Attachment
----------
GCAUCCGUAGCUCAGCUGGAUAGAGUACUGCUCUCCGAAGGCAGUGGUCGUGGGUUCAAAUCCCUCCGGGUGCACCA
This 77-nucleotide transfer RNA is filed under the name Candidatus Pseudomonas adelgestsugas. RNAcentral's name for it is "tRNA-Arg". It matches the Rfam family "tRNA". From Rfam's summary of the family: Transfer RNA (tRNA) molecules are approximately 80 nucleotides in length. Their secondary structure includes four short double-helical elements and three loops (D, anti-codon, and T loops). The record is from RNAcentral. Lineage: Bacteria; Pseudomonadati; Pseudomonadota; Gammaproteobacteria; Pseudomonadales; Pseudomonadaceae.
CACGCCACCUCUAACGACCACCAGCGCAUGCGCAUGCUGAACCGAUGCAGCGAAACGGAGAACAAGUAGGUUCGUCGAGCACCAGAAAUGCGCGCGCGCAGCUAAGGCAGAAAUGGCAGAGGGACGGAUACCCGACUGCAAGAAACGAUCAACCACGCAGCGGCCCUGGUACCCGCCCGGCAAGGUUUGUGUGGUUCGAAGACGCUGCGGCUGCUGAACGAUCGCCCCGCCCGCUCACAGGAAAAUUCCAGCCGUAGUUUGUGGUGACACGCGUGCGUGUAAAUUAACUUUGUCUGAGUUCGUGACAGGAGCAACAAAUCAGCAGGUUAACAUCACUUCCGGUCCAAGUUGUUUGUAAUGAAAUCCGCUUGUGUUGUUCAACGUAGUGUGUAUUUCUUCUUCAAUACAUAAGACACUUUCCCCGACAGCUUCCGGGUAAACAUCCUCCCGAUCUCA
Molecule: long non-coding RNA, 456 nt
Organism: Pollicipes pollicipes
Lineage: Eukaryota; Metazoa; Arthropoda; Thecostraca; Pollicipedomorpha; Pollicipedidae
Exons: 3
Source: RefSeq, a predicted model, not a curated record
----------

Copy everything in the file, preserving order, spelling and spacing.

GCAUCCGUAGCUCAGCUGGAUAGAGUACUGCUCUCCGAAGGCAGUGGUCGUGGGUUCAAAUCCCUCCGGGUGCACCA
This 77-nucleotide transfer RNA is filed under the name Candidatus Pseudomonas adelgestsugas. RNAcentral's name for it is "tRNA-Arg". It matches the Rfam family "tRNA". From Rfam's summary of the family: Transfer RNA (tRNA) molecules are approximately 80 nucleotides in length. Their secondary structure includes four short double-helical elements and three loops (D, anti-codon, and T loops). The record is from RNAcentral. Lineage: Bacteria; Pseudomonadati; Pseudomonadota; Gammaproteobacteria; Pseudomonadales; Pseudomonadaceae.
CACGCCACCUCUAACGACCACCAGCGCAUGCGCAUGCUGAACCGAUGCAGCGAAACGGAGAACAAGUAGGUUCGUCGAGCACCAGAAAUGCGCGCGCGCAGCUAAGGCAGAAAUGGCAGAGGGACGGAUACCCGACUGCAAGAAACGAUCAACCACGCAGCGGCCCUGGUACCCGCCCGGCAAGGUUUGUGUGGUUCGAAGACGCUGCGGCUGCUGAACGAUCGCCCCGCCCGCUCACAGGAAAAUUCCAGCCGUAGUUUGUGGUGACACGCGUGCGUGUAAAUUAACUUUGUCUGAGUUCGUGACAGGAGCAACAAAUCAGCAGGUUAACAUCACUUCCGGUCCAAGUUGUUUGUAAUGAAAUCCGCUUGUGUUGUUCAACGUAGUGUGUAUUUCUUCUUCAAUACAUAAGACACUUUCCCCGACAGCUUCCGGGUAAACAUCCUCCCGAUCUCA
Molecule: long non-coding RNA, 456 nt
Organism: Pollicipes pollicipes
Lineage: Eukaryota; Metazoa; Arthropoda; Thecostraca; Pollicipedomorpha; Pollicipedidae
Exons: 3
Source: RefSeq, a predicted model, not a curated record